What to Eat Before Exercise | Meal Ideas with Recipes
What and when you eat before exercise can make a difference in how you feel during the activity and how well you recover after. In other words, when you make good dietary choices food will help you with two things:
- Sustained energy
- Fast recovery
It’s important to understand what role the three main macronutrients - protein, fat, and carbs – play in exercise nutrition. That will help us determine what types of meals and snacks to look out for.
Protein to speed up recovery
Eating protein before exercise is important for anyone who wants to improve health, body composition, or performance. Research suggests that protein can reduce markers of muscle damage which results in faster recovery. For example, one study showed that having 20 g of protein 1 hour before and after exercise improves muscle protein synthesis (1) compared to carbohydrates or placebo. This improved muscle protein synthesis translates into improved recovery, increased strength, more lean body mass, and even better exercise performance.
What does 20 g of protein look like?
To help you visualize here are a few examples of how much food you need to get 20 g of protein.
- 250 g Cooked beans (1,5 cups)
- 150 g Eggs (3 medium eggs)
- 150 g High protein Lizza bread (3 slices)
- 120 g Mozzarella (1 typical pack)
- 100 g Almonds (3 small handfuls)
- 90 g High protein Lizza pasta (1 serving)
- 70 g High protein Lizza muesli (1 small bowl)
Keep in mind that almost any real food contains some protein. When you eat a meal that consists of several ingredients the protein adds up and you might need less than in the examples above. If you’re looking for more inspiration, check out our post on 6 easy ways to enjoy more plant protein.
Carbs and fats help with energy
Your muscles can use both glucose from carbs or ketones from fats as energy for exercise. Carbs are used mainly to fuel high-intensity efforts (2) while fats are primarily used at low and medium intensity (3). This doesn’t mean that you can’t run fast or exercise hard if you follow a low carb or keto diet.
Your body stores carbs in a form of glycogen in muscles and liver and you have enough of it to continuously exercise really hard for 1-2 hours even without eating a single carbohydrate. Also, most of us exercise to stay fit and look good, not to beat records or earn a living as professional. So, if you enjoy yoga, walking, hiking, jogging, swimming, or cycling then you can get your energy from fats just as well as from carbs. In fact, exercising while eating low carb can even have certain benefits.
How many carbs or fats you should eat depends a lot on how long before exercise you are eating and how demanding the session you’re planning will be.
How to time your meals right
Meal timing is very important for professional athletes to optimize athletic performance. For the rest of us, it matters for a different reason. Food takes time to digest and exercising with a full stomach can be unpleasant. The portion size and timing of food should reflect that. There are two different types of pre-exercise food timings you should consider.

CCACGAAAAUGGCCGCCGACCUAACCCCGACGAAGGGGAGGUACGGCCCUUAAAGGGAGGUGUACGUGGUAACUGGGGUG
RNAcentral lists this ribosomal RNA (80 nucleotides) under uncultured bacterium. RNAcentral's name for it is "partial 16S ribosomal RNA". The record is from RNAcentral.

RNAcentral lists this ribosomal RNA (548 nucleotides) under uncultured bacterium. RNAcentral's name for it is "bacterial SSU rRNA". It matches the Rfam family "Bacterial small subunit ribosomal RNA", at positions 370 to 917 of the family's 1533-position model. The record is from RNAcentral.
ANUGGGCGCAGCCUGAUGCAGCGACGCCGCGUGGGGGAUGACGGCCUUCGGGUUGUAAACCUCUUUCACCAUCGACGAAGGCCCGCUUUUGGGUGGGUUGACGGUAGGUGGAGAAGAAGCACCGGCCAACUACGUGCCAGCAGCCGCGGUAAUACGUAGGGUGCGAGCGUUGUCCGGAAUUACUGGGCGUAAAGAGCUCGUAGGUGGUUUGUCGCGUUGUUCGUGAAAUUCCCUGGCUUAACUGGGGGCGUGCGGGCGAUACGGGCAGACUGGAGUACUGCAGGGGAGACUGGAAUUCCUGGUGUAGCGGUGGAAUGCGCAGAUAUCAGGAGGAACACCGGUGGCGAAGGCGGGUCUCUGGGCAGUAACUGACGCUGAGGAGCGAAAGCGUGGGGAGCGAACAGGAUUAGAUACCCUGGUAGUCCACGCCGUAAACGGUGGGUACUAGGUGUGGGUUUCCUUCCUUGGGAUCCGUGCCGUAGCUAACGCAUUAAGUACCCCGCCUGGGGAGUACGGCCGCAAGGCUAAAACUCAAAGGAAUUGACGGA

- A proper meal 2-3 hours before
- A snack 30-60 minutes before
Pre-exercise low carb meal ideas
If you your exercise follows around 2-3 hours after your last meal then you don’t have to think about any special sports snacks. Simply choose a healthy protein rich meal that you enjoy and you will have enough energy for your activity. Here are two meal ideas that fit the bill.
Low Carb Pasta Carbonara
This is a classic pasta recipe made low carb. A single serving will give you a respectable 28 g of protein, only 18 g of carbs, and 13 g of fats. Try it and see that pre-workout meals that have good macros can be really tasty too.
Low Carb Pizza with Greens
Yes, you can even enjoy a pizza to fuel your active lifestyle. This recipe is full of greens to give you all the plant goodness you need. A single serving carries 32 g of protein, 21 g of carbs, and 29 g of fats.
Pre-exercise low carb snack ideas
If you’re planning your activity after work and you know that lunch is long gone and there’s no time to get a proper meal, then it’s the perfect opportunity for a snack. Here are two of our favourite protein rich snacks. Start with a small amount and see what serving size works for you. The goal is to get a bit of protein and energy in your system without overloading your digestion.
Low Carb Muesli Bars
Each of these delicious home-made protein bars contain around 32 g of protein so you don’t even have to eat a full one to get the 20 g we mentioned earlier. Try our recipe and you will see that having a bunch of these ready in the fridge is really convenient for your active lifestyle.
When you don’t have a snack prepared you can always whip up a quick toast. Try this recipe with our low carb toasts and get 26 g of protein, 12 g of carbs, and 29 g of fats in each portion. That’s plenty of fuel for any activity you choose.
Don’t forget about hydration
When you think about what to eat before exercise always think about drinking too. Good hydration is important for optimal exercise performance and dehydration could not only decrease performance but also get you in trouble in a warm climate.
It is generally recommended to drink at least 0,5 litres of water around 4 hours before exercise and at least 0,23 litres 10 - 15 minutes before exercise (4). If you tend to sweat a lot during exercise, consider eating something salty or choosing a drink that contains electrolytes including sodium.
Our next article follows with tips for what to eat after exercise.